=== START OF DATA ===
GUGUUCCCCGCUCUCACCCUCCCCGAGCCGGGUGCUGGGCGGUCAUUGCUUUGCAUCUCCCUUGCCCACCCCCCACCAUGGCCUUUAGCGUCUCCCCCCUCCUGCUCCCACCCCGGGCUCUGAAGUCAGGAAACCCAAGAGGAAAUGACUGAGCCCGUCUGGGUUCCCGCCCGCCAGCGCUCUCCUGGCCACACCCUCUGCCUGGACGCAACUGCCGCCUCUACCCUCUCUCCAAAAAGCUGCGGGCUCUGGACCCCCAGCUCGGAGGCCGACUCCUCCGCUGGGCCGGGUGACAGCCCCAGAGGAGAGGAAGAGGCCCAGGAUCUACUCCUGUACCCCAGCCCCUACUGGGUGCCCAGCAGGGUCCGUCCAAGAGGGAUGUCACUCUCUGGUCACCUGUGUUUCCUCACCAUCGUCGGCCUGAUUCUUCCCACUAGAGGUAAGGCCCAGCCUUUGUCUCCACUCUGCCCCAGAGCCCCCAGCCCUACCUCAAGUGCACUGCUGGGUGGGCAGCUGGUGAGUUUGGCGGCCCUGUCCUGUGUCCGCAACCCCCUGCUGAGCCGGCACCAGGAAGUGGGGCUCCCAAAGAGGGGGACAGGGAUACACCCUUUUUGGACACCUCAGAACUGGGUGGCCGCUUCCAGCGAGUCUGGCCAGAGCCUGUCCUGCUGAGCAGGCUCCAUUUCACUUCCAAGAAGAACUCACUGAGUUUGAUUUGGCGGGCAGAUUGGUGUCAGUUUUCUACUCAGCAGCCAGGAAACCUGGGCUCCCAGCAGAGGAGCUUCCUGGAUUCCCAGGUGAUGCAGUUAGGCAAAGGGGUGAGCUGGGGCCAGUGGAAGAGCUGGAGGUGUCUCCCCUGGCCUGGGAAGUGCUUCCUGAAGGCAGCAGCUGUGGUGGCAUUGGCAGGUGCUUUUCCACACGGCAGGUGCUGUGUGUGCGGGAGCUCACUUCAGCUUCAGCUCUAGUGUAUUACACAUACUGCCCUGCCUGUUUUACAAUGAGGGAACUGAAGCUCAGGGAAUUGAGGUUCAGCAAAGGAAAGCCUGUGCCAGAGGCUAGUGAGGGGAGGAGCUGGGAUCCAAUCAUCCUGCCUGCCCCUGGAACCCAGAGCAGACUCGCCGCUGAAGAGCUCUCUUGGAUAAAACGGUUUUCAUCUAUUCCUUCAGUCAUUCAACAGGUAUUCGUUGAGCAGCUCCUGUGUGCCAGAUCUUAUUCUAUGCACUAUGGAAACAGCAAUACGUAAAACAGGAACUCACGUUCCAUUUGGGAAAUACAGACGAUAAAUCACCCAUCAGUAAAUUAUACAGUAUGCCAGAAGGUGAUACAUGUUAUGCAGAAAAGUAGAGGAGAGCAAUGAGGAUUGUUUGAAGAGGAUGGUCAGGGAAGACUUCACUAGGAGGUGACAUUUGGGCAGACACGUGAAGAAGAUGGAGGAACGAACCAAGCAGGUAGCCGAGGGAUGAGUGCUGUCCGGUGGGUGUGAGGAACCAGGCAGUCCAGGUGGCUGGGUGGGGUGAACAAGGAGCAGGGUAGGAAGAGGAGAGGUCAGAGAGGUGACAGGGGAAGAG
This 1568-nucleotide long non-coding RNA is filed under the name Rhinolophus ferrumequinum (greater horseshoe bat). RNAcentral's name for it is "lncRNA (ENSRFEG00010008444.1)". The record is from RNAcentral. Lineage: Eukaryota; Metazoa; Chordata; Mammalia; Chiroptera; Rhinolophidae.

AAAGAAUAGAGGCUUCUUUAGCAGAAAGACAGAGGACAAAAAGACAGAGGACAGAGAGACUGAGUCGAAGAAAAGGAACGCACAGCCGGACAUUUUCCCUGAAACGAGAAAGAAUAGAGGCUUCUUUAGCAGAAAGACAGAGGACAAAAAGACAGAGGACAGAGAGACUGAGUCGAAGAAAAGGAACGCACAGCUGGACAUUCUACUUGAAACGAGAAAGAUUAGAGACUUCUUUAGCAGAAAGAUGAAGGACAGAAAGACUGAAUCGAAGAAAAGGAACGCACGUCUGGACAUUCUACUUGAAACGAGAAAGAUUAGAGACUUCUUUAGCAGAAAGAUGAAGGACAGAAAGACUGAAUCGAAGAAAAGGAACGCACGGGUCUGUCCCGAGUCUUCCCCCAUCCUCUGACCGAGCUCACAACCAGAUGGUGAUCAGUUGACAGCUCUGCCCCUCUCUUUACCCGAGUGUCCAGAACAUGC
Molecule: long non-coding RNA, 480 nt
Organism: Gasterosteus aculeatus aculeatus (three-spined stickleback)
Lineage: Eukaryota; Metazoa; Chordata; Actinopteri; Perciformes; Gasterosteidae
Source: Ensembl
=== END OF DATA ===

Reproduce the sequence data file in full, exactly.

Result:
GUGUUCCCCGCUCUCACCCUCCCCGAGCCGGGUGCUGGGCGGUCAUUGCUUUGCAUCUCCCUUGCCCACCCCCCACCAUGGCCUUUAGCGUCUCCCCCCUCCUGCUCCCACCCCGGGCUCUGAAGUCAGGAAACCCAAGAGGAAAUGACUGAGCCCGUCUGGGUUCCCGCCCGCCAGCGCUCUCCUGGCCACACCCUCUGCCUGGACGCAACUGCCGCCUCUACCCUCUCUCCAAAAAGCUGCGGGCUCUGGACCCCCAGCUCGGAGGCCGACUCCUCCGCUGGGCCGGGUGACAGCCCCAGAGGAGAGGAAGAGGCCCAGGAUCUACUCCUGUACCCCAGCCCCUACUGGGUGCCCAGCAGGGUCCGUCCAAGAGGGAUGUCACUCUCUGGUCACCUGUGUUUCCUCACCAUCGUCGGCCUGAUUCUUCCCACUAGAGGUAAGGCCCAGCCUUUGUCUCCACUCUGCCCCAGAGCCCCCAGCCCUACCUCAAGUGCACUGCUGGGUGGGCAGCUGGUGAGUUUGGCGGCCCUGUCCUGUGUCCGCAACCCCCUGCUGAGCCGGCACCAGGAAGUGGGGCUCCCAAAGAGGGGGACAGGGAUACACCCUUUUUGGACACCUCAGAACUGGGUGGCCGCUUCCAGCGAGUCUGGCCAGAGCCUGUCCUGCUGAGCAGGCUCCAUUUCACUUCCAAGAAGAACUCACUGAGUUUGAUUUGGCGGGCAGAUUGGUGUCAGUUUUCUACUCAGCAGCCAGGAAACCUGGGCUCCCAGCAGAGGAGCUUCCUGGAUUCCCAGGUGAUGCAGUUAGGCAAAGGGGUGAGCUGGGGCCAGUGGAAGAGCUGGAGGUGUCUCCCCUGGCCUGGGAAGUGCUUCCUGAAGGCAGCAGCUGUGGUGGCAUUGGCAGGUGCUUUUCCACACGGCAGGUGCUGUGUGUGCGGGAGCUCACUUCAGCUUCAGCUCUAGUGUAUUACACAUACUGCCCUGCCUGUUUUACAAUGAGGGAACUGAAGCUCAGGGAAUUGAGGUUCAGCAAAGGAAAGCCUGUGCCAGAGGCUAGUGAGGGGAGGAGCUGGGAUCCAAUCAUCCUGCCUGCCCCUGGAACCCAGAGCAGACUCGCCGCUGAAGAGCUCUCUUGGAUAAAACGGUUUUCAUCUAUUCCUUCAGUCAUUCAACAGGUAUUCGUUGAGCAGCUCCUGUGUGCCAGAUCUUAUUCUAUGCACUAUGGAAACAGCAAUACGUAAAACAGGAACUCACGUUCCAUUUGGGAAAUACAGACGAUAAAUCACCCAUCAGUAAAUUAUACAGUAUGCCAGAAGGUGAUACAUGUUAUGCAGAAAAGUAGAGGAGAGCAAUGAGGAUUGUUUGAAGAGGAUGGUCAGGGAAGACUUCACUAGGAGGUGACAUUUGGGCAGACACGUGAAGAAGAUGGAGGAACGAACCAAGCAGGUAGCCGAGGGAUGAGUGCUGUCCGGUGGGUGUGAGGAACCAGGCAGUCCAGGUGGCUGGGUGGGGUGAACAAGGAGCAGGGUAGGAAGAGGAGAGGUCAGAGAGGUGACAGGGGAAGAG
This 1568-nucleotide long non-coding RNA is filed under the name Rhinolophus ferrumequinum (greater horseshoe bat). RNAcentral's name for it is "lncRNA (ENSRFEG00010008444.1)". The record is from RNAcentral. Lineage: Eukaryota; Metazoa; Chordata; Mammalia; Chiroptera; Rhinolophidae.

AAAGAAUAGAGGCUUCUUUAGCAGAAAGACAGAGGACAAAAAGACAGAGGACAGAGAGACUGAGUCGAAGAAAAGGAACGCACAGCCGGACAUUUUCCCUGAAACGAGAAAGAAUAGAGGCUUCUUUAGCAGAAAGACAGAGGACAAAAAGACAGAGGACAGAGAGACUGAGUCGAAGAAAAGGAACGCACAGCUGGACAUUCUACUUGAAACGAGAAAGAUUAGAGACUUCUUUAGCAGAAAGAUGAAGGACAGAAAGACUGAAUCGAAGAAAAGGAACGCACGUCUGGACAUUCUACUUGAAACGAGAAAGAUUAGAGACUUCUUUAGCAGAAAGAUGAAGGACAGAAAGACUGAAUCGAAGAAAAGGAACGCACGGGUCUGUCCCGAGUCUUCCCCCAUCCUCUGACCGAGCUCACAACCAGAUGGUGAUCAGUUGACAGCUCUGCCCCUCUCUUUACCCGAGUGUCCAGAACAUGC
Molecule: long non-coding RNA, 480 nt
Organism: Gasterosteus aculeatus aculeatus (three-spined stickleback)
Lineage: Eukaryota; Metazoa; Chordata; Actinopteri; Perciformes; Gasterosteidae
Source: Ensembl